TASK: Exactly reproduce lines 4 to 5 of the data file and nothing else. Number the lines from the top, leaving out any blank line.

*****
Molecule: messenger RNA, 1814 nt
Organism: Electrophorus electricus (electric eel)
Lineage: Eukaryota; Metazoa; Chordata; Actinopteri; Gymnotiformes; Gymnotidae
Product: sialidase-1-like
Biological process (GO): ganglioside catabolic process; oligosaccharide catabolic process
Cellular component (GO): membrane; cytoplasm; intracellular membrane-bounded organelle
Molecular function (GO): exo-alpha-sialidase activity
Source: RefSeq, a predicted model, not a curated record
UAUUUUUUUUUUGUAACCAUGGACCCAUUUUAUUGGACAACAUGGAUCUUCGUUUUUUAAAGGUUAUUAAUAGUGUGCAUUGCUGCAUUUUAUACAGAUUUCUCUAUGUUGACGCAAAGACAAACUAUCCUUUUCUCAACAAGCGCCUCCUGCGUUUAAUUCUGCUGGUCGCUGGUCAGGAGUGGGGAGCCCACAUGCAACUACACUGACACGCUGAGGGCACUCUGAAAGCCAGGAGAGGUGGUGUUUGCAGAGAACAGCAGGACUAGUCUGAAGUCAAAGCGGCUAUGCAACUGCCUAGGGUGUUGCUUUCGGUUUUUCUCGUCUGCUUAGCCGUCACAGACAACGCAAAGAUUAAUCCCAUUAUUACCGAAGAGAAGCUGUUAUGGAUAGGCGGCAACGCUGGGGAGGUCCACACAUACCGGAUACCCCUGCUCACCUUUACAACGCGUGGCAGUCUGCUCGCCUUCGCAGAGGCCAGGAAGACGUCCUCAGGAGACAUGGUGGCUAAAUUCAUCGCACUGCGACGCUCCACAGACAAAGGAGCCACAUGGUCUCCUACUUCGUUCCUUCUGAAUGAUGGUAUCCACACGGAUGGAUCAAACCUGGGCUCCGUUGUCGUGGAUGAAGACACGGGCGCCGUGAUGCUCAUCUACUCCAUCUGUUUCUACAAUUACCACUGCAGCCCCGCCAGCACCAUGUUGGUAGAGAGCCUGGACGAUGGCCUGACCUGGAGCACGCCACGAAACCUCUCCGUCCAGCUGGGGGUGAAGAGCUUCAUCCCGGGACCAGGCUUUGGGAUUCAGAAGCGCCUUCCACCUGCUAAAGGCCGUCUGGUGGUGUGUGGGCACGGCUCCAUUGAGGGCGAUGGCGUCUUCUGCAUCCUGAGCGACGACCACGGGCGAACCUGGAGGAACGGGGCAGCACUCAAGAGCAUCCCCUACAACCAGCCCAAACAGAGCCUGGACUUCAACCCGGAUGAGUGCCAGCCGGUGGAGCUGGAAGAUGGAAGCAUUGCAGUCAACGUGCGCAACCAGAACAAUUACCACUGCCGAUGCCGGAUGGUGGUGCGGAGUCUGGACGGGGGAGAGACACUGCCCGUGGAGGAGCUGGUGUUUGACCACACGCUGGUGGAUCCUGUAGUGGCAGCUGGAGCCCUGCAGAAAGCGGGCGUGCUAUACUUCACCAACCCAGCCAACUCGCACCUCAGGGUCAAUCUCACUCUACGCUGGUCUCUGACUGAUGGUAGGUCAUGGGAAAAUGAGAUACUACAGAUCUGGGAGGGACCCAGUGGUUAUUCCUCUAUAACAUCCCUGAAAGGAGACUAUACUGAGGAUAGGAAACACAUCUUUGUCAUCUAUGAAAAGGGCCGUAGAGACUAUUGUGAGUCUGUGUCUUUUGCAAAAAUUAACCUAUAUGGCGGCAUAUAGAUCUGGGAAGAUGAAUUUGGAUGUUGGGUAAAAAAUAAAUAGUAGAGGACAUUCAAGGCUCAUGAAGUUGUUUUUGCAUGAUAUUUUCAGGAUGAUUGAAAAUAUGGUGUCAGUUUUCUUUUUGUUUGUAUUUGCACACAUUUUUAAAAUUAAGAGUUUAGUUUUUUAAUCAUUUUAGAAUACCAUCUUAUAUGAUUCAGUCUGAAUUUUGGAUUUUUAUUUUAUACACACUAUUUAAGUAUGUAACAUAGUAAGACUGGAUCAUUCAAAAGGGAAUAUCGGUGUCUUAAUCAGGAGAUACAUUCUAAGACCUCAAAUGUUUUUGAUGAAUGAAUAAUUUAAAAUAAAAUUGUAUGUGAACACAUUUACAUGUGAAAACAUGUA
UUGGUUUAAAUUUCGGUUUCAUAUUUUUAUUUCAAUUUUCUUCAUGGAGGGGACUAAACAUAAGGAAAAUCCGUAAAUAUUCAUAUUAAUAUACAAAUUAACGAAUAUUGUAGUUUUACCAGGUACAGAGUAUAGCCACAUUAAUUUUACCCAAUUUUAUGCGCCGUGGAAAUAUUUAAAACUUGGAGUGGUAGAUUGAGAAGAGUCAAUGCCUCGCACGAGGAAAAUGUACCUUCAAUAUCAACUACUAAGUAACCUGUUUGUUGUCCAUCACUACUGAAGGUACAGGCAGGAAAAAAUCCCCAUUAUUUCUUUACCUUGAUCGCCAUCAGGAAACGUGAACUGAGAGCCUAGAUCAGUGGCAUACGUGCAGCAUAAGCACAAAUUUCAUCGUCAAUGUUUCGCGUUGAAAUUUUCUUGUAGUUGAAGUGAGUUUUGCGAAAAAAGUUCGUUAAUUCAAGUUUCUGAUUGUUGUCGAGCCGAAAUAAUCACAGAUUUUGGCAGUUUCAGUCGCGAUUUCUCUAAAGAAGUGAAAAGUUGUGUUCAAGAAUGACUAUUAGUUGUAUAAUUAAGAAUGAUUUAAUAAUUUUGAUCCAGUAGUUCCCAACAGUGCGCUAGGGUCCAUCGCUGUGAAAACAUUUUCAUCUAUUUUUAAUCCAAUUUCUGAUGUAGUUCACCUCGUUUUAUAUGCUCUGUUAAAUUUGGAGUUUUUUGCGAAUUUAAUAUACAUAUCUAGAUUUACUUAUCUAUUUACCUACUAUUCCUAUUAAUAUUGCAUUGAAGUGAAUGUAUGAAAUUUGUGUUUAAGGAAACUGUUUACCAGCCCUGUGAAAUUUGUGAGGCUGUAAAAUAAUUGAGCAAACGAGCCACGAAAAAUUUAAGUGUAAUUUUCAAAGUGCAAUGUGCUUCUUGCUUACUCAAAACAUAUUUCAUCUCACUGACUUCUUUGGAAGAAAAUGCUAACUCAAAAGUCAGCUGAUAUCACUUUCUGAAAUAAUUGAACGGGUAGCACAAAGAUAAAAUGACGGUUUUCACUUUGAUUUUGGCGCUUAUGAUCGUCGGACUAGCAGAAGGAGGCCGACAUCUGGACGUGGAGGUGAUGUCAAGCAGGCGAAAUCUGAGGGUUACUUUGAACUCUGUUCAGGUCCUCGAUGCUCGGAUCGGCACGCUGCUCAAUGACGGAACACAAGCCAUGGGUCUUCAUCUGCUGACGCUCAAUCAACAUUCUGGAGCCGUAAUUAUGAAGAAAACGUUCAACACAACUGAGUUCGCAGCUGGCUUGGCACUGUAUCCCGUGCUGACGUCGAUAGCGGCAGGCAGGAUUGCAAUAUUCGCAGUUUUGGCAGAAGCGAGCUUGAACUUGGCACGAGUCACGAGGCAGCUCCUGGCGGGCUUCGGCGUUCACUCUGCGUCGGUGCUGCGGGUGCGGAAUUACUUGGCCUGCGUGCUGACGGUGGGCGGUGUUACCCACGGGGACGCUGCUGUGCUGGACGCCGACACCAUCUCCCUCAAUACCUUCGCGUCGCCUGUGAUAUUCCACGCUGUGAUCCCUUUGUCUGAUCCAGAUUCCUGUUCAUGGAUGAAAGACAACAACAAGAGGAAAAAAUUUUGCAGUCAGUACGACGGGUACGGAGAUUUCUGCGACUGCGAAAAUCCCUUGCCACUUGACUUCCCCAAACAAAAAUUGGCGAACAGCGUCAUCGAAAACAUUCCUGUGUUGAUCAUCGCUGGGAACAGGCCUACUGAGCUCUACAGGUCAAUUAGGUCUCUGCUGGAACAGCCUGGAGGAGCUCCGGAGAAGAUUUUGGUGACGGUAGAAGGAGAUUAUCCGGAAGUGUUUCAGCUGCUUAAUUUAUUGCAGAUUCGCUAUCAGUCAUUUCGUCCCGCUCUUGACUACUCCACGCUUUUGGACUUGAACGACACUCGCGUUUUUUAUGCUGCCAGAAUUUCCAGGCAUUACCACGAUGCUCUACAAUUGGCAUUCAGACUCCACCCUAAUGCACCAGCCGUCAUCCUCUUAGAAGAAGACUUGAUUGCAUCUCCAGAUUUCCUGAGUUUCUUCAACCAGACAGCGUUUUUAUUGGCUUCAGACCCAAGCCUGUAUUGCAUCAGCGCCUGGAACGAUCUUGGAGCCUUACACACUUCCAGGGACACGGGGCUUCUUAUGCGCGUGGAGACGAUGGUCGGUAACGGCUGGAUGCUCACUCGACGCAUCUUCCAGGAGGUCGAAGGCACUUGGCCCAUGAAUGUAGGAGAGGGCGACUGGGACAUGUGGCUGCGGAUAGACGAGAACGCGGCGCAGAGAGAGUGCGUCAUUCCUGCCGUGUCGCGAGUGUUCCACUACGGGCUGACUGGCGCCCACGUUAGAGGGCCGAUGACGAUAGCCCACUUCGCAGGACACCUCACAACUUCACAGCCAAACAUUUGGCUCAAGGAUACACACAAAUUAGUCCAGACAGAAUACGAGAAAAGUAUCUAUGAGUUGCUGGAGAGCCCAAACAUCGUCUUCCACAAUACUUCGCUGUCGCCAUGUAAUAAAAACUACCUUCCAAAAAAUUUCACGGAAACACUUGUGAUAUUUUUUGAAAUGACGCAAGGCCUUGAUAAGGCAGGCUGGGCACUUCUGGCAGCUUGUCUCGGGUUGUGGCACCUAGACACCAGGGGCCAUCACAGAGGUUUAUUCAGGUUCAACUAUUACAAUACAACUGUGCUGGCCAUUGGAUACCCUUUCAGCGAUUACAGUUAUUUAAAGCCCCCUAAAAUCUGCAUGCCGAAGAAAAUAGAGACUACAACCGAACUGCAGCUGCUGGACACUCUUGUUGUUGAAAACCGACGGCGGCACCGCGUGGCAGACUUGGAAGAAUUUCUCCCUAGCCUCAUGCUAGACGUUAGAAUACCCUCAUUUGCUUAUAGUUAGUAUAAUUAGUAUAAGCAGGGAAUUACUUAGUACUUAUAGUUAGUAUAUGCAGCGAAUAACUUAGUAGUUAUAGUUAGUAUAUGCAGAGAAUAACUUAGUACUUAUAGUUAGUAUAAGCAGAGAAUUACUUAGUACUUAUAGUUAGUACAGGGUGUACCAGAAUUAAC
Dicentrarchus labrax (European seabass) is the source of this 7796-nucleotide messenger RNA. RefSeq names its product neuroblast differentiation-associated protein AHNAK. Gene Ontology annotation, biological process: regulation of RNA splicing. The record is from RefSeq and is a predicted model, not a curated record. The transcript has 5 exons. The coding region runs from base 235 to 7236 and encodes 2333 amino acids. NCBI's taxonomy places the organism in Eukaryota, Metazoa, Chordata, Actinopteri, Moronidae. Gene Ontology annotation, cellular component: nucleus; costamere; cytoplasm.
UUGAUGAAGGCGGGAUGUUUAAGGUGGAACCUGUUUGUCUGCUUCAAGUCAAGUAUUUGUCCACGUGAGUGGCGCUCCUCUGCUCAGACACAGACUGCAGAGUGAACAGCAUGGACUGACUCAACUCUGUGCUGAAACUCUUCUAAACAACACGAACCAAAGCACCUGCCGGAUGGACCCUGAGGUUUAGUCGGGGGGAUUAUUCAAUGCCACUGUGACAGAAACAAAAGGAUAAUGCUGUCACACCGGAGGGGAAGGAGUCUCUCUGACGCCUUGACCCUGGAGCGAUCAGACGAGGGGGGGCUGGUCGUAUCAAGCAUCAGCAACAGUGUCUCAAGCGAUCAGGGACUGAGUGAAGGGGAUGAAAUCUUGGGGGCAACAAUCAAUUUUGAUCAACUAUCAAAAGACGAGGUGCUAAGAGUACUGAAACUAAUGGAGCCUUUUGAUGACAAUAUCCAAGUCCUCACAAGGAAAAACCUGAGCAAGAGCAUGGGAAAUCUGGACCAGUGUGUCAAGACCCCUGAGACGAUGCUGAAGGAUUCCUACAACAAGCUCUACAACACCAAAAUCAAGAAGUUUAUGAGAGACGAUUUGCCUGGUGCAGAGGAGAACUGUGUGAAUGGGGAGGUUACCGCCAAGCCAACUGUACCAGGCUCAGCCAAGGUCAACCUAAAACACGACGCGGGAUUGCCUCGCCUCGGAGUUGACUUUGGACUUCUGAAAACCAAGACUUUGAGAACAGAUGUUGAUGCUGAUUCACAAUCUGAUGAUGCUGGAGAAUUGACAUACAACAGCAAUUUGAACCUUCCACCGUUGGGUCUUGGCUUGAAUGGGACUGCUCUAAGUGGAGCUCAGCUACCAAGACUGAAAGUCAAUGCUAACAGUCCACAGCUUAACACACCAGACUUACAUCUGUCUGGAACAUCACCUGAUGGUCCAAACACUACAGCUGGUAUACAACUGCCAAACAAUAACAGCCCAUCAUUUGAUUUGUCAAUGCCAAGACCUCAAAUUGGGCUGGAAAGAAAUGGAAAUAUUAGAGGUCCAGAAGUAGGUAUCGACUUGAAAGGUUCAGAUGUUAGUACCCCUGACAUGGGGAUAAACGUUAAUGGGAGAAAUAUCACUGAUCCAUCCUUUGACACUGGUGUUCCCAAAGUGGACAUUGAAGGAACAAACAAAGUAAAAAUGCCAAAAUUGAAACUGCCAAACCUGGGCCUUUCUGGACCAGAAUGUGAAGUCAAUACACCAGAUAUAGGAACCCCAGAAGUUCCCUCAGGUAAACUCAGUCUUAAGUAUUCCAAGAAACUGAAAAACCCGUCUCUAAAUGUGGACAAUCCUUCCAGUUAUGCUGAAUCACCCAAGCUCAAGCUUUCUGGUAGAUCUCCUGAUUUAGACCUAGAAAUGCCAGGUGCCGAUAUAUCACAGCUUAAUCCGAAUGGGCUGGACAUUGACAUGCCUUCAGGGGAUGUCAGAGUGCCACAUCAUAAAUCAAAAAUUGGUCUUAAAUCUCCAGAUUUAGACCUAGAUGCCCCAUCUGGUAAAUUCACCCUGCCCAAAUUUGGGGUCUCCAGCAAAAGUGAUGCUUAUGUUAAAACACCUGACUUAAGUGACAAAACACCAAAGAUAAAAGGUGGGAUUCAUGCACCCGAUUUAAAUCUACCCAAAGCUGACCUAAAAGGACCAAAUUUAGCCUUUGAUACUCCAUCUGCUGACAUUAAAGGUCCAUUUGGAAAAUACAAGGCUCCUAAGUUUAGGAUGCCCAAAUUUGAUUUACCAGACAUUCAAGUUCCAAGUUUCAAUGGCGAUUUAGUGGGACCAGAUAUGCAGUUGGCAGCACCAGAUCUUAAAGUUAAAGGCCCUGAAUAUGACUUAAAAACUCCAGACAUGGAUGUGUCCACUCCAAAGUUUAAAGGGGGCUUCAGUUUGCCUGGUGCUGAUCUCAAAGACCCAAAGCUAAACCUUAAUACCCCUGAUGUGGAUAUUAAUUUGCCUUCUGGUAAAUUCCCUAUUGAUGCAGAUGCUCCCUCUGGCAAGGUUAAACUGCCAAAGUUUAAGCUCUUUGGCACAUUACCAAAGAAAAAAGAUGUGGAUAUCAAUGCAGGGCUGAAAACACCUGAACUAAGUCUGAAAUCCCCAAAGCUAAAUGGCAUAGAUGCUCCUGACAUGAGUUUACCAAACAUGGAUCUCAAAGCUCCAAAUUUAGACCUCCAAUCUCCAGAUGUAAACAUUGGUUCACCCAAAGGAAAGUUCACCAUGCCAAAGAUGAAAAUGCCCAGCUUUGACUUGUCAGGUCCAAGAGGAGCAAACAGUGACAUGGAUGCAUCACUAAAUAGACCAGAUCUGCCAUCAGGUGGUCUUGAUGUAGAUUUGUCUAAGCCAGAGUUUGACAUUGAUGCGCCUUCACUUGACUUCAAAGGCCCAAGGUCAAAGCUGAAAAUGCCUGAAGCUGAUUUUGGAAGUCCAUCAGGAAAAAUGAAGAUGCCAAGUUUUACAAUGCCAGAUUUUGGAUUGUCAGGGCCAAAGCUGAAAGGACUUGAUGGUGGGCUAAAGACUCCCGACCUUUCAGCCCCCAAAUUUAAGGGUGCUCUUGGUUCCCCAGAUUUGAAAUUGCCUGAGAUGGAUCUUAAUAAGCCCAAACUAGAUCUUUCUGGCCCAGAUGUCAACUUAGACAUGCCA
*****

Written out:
Product: sialidase-1-like
Biological process (GO): ganglioside catabolic process; oligosaccharide catabolic process